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PETA compared ‘speciesism’ to racism in allegedly banned Super Bowl ad

PETA compared ‘speciesism’ to racism in allegedly banned Super Bowl ad


It didn’t go over so well on Twitter

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An ad that PETA claims was banned from airing during the Super Bowl faced backlash on Twitter for seemingly depicting NFL players who took a knee to protest police brutality as animals.

the ad was “inspired” by former 49er quarterback Colin Kaepernick

A bee, bear, and even fish take a knee in the cartoon ad as “The Star Spangled Banner” is hummed in the background. The ad was “inspired” by former 49er quarterback Colin Kaepernick, who knelt when the national anthem was played at NFL games to protest police violence against black people, PETA said in a statement.

The ad was meant to promote PETA’s campaign to “end speciesism,” which the organization calls a “supremacist worldview” that allows humans to mistreat other species. The animal rights group claims that the NFL, which barred its players from kneeling in protest while the anthem is playing, pressured Fox to block the ad from playing during the Super Bowl. Kaepernick, the NFL, and Fox did not immediately respond to The Verge’s request for comment.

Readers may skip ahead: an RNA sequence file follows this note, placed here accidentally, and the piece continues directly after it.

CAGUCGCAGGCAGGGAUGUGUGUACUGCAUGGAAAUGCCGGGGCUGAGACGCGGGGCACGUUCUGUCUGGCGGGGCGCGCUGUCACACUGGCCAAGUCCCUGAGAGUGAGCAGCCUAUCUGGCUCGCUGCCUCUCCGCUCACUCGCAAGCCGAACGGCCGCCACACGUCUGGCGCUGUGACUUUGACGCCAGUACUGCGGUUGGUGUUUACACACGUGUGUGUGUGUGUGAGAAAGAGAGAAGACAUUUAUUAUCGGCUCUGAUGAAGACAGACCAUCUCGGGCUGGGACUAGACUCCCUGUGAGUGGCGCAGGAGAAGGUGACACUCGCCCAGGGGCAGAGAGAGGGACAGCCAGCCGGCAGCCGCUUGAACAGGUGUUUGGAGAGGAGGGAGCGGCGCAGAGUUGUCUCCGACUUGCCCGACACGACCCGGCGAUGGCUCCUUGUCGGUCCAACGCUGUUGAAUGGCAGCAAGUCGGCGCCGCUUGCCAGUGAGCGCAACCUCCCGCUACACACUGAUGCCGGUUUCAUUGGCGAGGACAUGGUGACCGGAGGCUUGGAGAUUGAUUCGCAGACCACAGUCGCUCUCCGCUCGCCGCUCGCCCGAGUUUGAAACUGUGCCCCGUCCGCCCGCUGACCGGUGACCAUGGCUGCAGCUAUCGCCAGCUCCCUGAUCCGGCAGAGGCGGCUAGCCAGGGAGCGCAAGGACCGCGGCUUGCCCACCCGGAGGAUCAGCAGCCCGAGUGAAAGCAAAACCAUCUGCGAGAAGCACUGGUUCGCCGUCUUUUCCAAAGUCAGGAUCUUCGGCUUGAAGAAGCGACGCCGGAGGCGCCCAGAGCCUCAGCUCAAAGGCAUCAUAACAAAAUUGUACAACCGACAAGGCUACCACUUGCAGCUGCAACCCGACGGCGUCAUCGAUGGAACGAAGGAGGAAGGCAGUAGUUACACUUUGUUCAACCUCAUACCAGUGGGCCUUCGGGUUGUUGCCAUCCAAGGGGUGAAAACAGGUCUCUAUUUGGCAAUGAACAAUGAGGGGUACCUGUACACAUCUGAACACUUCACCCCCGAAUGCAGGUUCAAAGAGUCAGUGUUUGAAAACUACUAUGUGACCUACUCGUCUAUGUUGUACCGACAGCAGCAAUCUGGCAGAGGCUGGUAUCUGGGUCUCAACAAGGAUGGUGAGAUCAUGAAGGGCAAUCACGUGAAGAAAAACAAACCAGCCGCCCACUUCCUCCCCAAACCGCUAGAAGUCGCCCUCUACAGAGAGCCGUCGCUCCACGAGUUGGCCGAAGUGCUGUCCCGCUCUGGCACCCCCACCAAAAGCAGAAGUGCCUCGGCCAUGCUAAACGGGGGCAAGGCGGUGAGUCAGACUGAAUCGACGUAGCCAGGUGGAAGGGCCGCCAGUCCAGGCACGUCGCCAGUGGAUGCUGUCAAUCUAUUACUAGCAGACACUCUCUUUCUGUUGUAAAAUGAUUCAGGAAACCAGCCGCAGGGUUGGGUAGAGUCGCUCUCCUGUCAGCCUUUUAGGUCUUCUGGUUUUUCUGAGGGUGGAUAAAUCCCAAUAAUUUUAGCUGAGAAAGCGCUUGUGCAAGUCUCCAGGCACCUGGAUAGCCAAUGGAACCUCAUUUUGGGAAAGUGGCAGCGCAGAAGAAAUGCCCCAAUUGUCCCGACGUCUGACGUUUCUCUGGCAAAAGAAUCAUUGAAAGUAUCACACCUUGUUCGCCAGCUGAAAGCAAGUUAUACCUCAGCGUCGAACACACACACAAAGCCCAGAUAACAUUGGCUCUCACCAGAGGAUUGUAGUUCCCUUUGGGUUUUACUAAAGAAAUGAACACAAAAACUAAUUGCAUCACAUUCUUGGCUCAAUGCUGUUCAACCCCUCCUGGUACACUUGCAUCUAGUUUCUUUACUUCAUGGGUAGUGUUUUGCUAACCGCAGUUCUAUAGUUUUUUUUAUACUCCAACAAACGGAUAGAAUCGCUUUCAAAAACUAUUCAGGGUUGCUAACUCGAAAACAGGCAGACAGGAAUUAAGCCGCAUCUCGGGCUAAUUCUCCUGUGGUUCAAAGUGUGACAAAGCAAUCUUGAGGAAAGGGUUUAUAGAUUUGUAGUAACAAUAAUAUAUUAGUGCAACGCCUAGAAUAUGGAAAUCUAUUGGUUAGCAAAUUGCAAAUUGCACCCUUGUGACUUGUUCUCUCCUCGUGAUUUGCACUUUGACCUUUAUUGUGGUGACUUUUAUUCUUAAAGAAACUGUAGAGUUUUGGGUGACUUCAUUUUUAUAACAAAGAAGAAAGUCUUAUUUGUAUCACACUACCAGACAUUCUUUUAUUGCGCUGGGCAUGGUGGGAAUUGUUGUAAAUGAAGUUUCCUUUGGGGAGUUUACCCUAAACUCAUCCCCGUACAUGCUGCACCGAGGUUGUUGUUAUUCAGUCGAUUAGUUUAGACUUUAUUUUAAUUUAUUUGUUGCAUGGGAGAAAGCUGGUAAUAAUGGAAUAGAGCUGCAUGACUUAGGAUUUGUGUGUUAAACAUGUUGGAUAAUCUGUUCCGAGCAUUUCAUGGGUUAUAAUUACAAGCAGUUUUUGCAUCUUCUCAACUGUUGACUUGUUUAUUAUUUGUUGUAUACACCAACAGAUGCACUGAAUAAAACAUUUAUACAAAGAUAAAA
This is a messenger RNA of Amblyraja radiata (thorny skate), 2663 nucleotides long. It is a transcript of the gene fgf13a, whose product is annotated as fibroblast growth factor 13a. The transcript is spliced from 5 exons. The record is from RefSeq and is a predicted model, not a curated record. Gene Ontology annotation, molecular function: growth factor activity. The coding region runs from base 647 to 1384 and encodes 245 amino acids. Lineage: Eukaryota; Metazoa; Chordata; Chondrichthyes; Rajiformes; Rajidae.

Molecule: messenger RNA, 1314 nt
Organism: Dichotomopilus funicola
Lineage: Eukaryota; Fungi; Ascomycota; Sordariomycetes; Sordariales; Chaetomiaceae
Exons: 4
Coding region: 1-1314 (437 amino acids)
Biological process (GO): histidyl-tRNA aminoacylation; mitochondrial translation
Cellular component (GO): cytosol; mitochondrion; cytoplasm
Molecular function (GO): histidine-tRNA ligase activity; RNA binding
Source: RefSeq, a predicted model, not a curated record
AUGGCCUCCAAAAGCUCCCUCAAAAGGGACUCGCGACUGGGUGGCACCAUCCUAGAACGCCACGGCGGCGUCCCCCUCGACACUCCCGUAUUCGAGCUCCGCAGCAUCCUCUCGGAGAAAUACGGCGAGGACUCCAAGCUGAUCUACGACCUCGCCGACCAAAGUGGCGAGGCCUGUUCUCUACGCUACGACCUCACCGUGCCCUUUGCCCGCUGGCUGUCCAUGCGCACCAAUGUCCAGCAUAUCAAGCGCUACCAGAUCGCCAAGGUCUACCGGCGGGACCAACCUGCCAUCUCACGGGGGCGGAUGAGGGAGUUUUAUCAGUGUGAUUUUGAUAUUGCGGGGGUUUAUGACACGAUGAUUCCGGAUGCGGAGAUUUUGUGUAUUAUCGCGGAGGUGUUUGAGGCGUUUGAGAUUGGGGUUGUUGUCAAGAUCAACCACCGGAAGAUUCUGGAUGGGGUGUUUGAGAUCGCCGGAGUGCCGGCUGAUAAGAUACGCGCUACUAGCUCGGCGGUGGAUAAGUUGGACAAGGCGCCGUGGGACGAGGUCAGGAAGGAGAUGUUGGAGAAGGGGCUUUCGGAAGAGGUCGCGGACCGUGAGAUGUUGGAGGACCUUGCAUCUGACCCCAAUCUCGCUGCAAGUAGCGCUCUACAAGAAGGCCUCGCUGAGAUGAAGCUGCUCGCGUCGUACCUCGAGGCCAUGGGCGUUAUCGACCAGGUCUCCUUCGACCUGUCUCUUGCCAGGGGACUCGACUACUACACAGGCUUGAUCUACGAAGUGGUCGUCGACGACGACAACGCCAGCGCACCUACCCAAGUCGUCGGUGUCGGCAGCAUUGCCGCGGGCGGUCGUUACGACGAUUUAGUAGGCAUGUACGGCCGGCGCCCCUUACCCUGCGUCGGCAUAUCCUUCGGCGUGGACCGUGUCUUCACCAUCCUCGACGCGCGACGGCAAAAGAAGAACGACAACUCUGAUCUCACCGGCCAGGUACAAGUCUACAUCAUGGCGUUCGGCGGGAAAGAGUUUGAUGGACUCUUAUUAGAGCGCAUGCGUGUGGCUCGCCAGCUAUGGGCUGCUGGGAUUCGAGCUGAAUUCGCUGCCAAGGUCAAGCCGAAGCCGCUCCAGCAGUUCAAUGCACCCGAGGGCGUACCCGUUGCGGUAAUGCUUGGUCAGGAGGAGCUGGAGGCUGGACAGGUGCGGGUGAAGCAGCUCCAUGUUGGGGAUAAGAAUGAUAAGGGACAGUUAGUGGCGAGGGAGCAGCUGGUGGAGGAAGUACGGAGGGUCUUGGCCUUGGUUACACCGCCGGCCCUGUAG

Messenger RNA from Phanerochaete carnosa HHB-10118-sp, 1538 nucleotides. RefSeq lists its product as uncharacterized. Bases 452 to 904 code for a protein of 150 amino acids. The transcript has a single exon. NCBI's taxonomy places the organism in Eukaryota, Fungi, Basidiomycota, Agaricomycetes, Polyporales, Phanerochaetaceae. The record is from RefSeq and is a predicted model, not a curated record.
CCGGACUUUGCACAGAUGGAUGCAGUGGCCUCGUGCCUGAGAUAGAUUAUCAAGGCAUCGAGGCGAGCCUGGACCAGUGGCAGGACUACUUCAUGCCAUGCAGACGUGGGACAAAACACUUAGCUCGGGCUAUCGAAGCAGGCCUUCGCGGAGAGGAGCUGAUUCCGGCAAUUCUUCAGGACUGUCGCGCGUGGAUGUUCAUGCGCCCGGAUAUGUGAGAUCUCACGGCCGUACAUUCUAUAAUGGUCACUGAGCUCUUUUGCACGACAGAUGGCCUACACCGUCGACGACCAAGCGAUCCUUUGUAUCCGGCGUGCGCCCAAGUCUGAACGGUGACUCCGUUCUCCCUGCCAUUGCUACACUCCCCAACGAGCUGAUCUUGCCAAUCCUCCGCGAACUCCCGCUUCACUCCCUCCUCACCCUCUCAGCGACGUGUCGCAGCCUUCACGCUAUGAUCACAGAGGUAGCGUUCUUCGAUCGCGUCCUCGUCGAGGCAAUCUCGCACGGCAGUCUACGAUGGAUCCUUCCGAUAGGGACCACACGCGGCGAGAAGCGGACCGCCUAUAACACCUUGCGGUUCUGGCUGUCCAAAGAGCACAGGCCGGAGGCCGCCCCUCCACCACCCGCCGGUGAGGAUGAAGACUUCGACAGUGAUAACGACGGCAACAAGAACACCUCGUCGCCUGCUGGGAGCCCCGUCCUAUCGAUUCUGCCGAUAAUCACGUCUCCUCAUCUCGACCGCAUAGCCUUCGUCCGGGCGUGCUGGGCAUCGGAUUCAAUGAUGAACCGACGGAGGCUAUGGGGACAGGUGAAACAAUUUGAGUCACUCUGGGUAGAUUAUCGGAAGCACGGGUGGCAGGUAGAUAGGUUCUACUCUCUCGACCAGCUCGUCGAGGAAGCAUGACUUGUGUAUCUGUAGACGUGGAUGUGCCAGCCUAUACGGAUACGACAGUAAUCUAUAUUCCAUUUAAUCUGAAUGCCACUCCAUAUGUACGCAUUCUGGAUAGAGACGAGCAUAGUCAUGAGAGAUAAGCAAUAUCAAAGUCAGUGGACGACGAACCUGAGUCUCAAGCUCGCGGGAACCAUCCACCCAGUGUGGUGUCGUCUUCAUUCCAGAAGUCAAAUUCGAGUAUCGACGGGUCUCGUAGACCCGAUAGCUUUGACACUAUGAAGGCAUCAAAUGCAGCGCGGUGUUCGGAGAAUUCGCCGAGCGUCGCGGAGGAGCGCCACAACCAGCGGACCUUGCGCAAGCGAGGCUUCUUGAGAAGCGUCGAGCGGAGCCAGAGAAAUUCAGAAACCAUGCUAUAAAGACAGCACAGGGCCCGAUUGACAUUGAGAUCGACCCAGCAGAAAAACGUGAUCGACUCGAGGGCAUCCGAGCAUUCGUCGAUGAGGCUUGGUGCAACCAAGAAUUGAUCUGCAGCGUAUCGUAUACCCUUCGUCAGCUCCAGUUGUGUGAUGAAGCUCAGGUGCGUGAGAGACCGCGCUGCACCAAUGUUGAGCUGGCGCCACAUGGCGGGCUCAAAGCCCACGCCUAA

PETA decided to share its video on social media anyway, and then got called out on Twitter by people who said the ad was offensive and co-opted the Black Lives Matter movement to end police brutality.

“Omfg this is tone-deaf af,” one person tweeted in response to PETA’s post. That reaction got about 8,000 likes. New York Times reporter Astead Herndon poked fun at the ad, comparing it to an “all species matter” campaign.

“It would never be okay to co-opt this imagery comparing black people to bears and horses,” climate writer Mary Annaïse Heglar told The Verge in an interview. “They’re the walking stereotypes of what people of color think about environmentalists … that they care more about animals than black people or people of color.”

“We’re big fans of Colin [Kaepernick] (who is vegan), and support not only his message but his impactful form of peaceful protest against oppression,” PETA wrote to The Verge in an email. It claims that it shared the ad with Kaepernick prior to releasing the video. 

Black Lives Matter co-founder Patrisse Cullors criticized another ad by the NFL promoting its “Inspire Change” campaign that awards grants to players for their nonprofit initiatives. That ad depicted the killing of former NFL player Anquan Boldin’s cousin, Corey Jones, by police and discusses criminal justice reform. Cullors tweeted that she agreed with filmmaker Ava DuVernay, who said the ad would “sanitize and co-opt a black protest movement.”